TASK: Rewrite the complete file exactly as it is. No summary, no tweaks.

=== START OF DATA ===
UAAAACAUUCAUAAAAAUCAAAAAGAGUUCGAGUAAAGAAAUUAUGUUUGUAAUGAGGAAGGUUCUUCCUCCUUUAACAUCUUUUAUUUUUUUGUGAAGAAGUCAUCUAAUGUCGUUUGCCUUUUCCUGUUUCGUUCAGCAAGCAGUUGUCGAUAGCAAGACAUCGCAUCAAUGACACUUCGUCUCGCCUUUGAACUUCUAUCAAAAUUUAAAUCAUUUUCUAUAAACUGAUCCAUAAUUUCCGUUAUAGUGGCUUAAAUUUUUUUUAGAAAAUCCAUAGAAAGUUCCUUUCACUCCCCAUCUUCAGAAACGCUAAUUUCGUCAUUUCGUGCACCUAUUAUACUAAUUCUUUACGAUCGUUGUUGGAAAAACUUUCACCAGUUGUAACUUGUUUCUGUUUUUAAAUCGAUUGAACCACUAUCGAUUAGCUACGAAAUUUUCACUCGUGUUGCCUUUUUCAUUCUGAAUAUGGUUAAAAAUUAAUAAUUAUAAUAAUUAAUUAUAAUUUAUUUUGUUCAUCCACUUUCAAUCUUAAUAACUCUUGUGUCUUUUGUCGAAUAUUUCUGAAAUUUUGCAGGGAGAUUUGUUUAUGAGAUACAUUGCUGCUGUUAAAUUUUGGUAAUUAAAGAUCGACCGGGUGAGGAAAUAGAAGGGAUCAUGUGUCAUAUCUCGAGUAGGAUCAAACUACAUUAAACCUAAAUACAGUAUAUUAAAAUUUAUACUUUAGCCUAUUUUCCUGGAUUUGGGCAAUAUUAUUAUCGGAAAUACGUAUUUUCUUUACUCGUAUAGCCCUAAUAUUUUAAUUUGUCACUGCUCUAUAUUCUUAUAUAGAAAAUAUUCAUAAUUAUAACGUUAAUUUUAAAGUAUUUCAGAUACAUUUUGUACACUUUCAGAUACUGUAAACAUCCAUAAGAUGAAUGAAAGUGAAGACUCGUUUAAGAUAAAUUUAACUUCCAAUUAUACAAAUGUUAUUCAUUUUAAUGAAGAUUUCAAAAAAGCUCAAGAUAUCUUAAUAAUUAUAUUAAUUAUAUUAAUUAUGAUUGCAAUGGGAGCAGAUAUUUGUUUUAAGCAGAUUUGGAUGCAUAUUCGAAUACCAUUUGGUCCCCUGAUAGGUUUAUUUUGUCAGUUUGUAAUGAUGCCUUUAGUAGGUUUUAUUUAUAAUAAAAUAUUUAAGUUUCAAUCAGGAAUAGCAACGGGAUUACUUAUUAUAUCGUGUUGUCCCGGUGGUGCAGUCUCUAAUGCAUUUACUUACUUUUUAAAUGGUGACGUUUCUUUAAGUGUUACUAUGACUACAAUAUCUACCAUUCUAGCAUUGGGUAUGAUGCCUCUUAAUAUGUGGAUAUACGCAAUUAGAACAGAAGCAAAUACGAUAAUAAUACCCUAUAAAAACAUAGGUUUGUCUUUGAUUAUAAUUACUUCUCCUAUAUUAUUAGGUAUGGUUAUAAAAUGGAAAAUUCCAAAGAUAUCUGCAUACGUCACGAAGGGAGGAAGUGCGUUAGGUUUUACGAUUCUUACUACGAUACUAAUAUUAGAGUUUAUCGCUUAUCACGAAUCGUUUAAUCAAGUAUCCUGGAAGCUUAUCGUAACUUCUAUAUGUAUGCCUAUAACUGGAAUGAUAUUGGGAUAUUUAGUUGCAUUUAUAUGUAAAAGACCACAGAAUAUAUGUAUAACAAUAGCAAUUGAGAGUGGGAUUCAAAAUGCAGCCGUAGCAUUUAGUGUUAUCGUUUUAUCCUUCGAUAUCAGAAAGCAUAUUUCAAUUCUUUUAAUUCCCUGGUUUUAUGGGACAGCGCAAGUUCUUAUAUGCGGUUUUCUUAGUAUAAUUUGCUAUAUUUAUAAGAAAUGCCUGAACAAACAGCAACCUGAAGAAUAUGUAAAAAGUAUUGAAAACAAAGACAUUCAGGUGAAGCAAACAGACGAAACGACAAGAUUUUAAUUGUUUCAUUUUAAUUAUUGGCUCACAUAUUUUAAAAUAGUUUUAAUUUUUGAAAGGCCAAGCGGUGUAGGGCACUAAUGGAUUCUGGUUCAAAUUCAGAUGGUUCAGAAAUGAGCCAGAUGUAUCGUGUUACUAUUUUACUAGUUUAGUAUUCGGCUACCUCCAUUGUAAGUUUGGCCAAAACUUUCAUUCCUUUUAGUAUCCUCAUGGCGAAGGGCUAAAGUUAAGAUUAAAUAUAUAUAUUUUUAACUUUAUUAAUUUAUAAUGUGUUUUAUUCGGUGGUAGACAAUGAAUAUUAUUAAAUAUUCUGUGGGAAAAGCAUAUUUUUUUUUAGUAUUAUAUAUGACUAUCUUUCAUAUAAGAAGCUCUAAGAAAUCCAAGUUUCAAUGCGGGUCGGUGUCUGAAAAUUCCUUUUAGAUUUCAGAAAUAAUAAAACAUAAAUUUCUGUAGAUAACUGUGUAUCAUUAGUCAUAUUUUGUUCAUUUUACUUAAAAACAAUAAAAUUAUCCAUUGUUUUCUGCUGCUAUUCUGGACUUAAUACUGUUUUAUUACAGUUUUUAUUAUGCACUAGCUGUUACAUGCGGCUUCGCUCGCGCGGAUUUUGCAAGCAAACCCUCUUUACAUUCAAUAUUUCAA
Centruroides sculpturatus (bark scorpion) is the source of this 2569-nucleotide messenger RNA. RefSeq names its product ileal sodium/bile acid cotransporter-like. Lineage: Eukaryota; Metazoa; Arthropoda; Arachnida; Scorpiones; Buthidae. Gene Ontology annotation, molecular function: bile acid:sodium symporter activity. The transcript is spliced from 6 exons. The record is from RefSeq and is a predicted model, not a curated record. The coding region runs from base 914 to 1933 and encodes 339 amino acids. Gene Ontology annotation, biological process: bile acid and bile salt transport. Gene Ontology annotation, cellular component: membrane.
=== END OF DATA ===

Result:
UAAAACAUUCAUAAAAAUCAAAAAGAGUUCGAGUAAAGAAAUUAUGUUUGUAAUGAGGAAGGUUCUUCCUCCUUUAACAUCUUUUAUUUUUUUGUGAAGAAGUCAUCUAAUGUCGUUUGCCUUUUCCUGUUUCGUUCAGCAAGCAGUUGUCGAUAGCAAGACAUCGCAUCAAUGACACUUCGUCUCGCCUUUGAACUUCUAUCAAAAUUUAAAUCAUUUUCUAUAAACUGAUCCAUAAUUUCCGUUAUAGUGGCUUAAAUUUUUUUUAGAAAAUCCAUAGAAAGUUCCUUUCACUCCCCAUCUUCAGAAACGCUAAUUUCGUCAUUUCGUGCACCUAUUAUACUAAUUCUUUACGAUCGUUGUUGGAAAAACUUUCACCAGUUGUAACUUGUUUCUGUUUUUAAAUCGAUUGAACCACUAUCGAUUAGCUACGAAAUUUUCACUCGUGUUGCCUUUUUCAUUCUGAAUAUGGUUAAAAAUUAAUAAUUAUAAUAAUUAAUUAUAAUUUAUUUUGUUCAUCCACUUUCAAUCUUAAUAACUCUUGUGUCUUUUGUCGAAUAUUUCUGAAAUUUUGCAGGGAGAUUUGUUUAUGAGAUACAUUGCUGCUGUUAAAUUUUGGUAAUUAAAGAUCGACCGGGUGAGGAAAUAGAAGGGAUCAUGUGUCAUAUCUCGAGUAGGAUCAAACUACAUUAAACCUAAAUACAGUAUAUUAAAAUUUAUACUUUAGCCUAUUUUCCUGGAUUUGGGCAAUAUUAUUAUCGGAAAUACGUAUUUUCUUUACUCGUAUAGCCCUAAUAUUUUAAUUUGUCACUGCUCUAUAUUCUUAUAUAGAAAAUAUUCAUAAUUAUAACGUUAAUUUUAAAGUAUUUCAGAUACAUUUUGUACACUUUCAGAUACUGUAAACAUCCAUAAGAUGAAUGAAAGUGAAGACUCGUUUAAGAUAAAUUUAACUUCCAAUUAUACAAAUGUUAUUCAUUUUAAUGAAGAUUUCAAAAAAGCUCAAGAUAUCUUAAUAAUUAUAUUAAUUAUAUUAAUUAUGAUUGCAAUGGGAGCAGAUAUUUGUUUUAAGCAGAUUUGGAUGCAUAUUCGAAUACCAUUUGGUCCCCUGAUAGGUUUAUUUUGUCAGUUUGUAAUGAUGCCUUUAGUAGGUUUUAUUUAUAAUAAAAUAUUUAAGUUUCAAUCAGGAAUAGCAACGGGAUUACUUAUUAUAUCGUGUUGUCCCGGUGGUGCAGUCUCUAAUGCAUUUACUUACUUUUUAAAUGGUGACGUUUCUUUAAGUGUUACUAUGACUACAAUAUCUACCAUUCUAGCAUUGGGUAUGAUGCCUCUUAAUAUGUGGAUAUACGCAAUUAGAACAGAAGCAAAUACGAUAAUAAUACCCUAUAAAAACAUAGGUUUGUCUUUGAUUAUAAUUACUUCUCCUAUAUUAUUAGGUAUGGUUAUAAAAUGGAAAAUUCCAAAGAUAUCUGCAUACGUCACGAAGGGAGGAAGUGCGUUAGGUUUUACGAUUCUUACUACGAUACUAAUAUUAGAGUUUAUCGCUUAUCACGAAUCGUUUAAUCAAGUAUCCUGGAAGCUUAUCGUAACUUCUAUAUGUAUGCCUAUAACUGGAAUGAUAUUGGGAUAUUUAGUUGCAUUUAUAUGUAAAAGACCACAGAAUAUAUGUAUAACAAUAGCAAUUGAGAGUGGGAUUCAAAAUGCAGCCGUAGCAUUUAGUGUUAUCGUUUUAUCCUUCGAUAUCAGAAAGCAUAUUUCAAUUCUUUUAAUUCCCUGGUUUUAUGGGACAGCGCAAGUUCUUAUAUGCGGUUUUCUUAGUAUAAUUUGCUAUAUUUAUAAGAAAUGCCUGAACAAACAGCAACCUGAAGAAUAUGUAAAAAGUAUUGAAAACAAAGACAUUCAGGUGAAGCAAACAGACGAAACGACAAGAUUUUAAUUGUUUCAUUUUAAUUAUUGGCUCACAUAUUUUAAAAUAGUUUUAAUUUUUGAAAGGCCAAGCGGUGUAGGGCACUAAUGGAUUCUGGUUCAAAUUCAGAUGGUUCAGAAAUGAGCCAGAUGUAUCGUGUUACUAUUUUACUAGUUUAGUAUUCGGCUACCUCCAUUGUAAGUUUGGCCAAAACUUUCAUUCCUUUUAGUAUCCUCAUGGCGAAGGGCUAAAGUUAAGAUUAAAUAUAUAUAUUUUUAACUUUAUUAAUUUAUAAUGUGUUUUAUUCGGUGGUAGACAAUGAAUAUUAUUAAAUAUUCUGUGGGAAAAGCAUAUUUUUUUUUAGUAUUAUAUAUGACUAUCUUUCAUAUAAGAAGCUCUAAGAAAUCCAAGUUUCAAUGCGGGUCGGUGUCUGAAAAUUCCUUUUAGAUUUCAGAAAUAAUAAAACAUAAAUUUCUGUAGAUAACUGUGUAUCAUUAGUCAUAUUUUGUUCAUUUUACUUAAAAACAAUAAAAUUAUCCAUUGUUUUCUGCUGCUAUUCUGGACUUAAUACUGUUUUAUUACAGUUUUUAUUAUGCACUAGCUGUUACAUGCGGCUUCGCUCGCGCGGAUUUUGCAAGCAAACCCUCUUUACAUUCAAUAUUUCAA
Centruroides sculpturatus (bark scorpion) is the source of this 2569-nucleotide messenger RNA. RefSeq names its product ileal sodium/bile acid cotransporter-like. Lineage: Eukaryota; Metazoa; Arthropoda; Arachnida; Scorpiones; Buthidae. Gene Ontology annotation, molecular function: bile acid:sodium symporter activity. The transcript is spliced from 6 exons. The record is from RefSeq and is a predicted model, not a curated record. The coding region runs from base 914 to 1933 and encodes 339 amino acids. Gene Ontology annotation, biological process: bile acid and bile salt transport. Gene Ontology annotation, cellular component: membrane.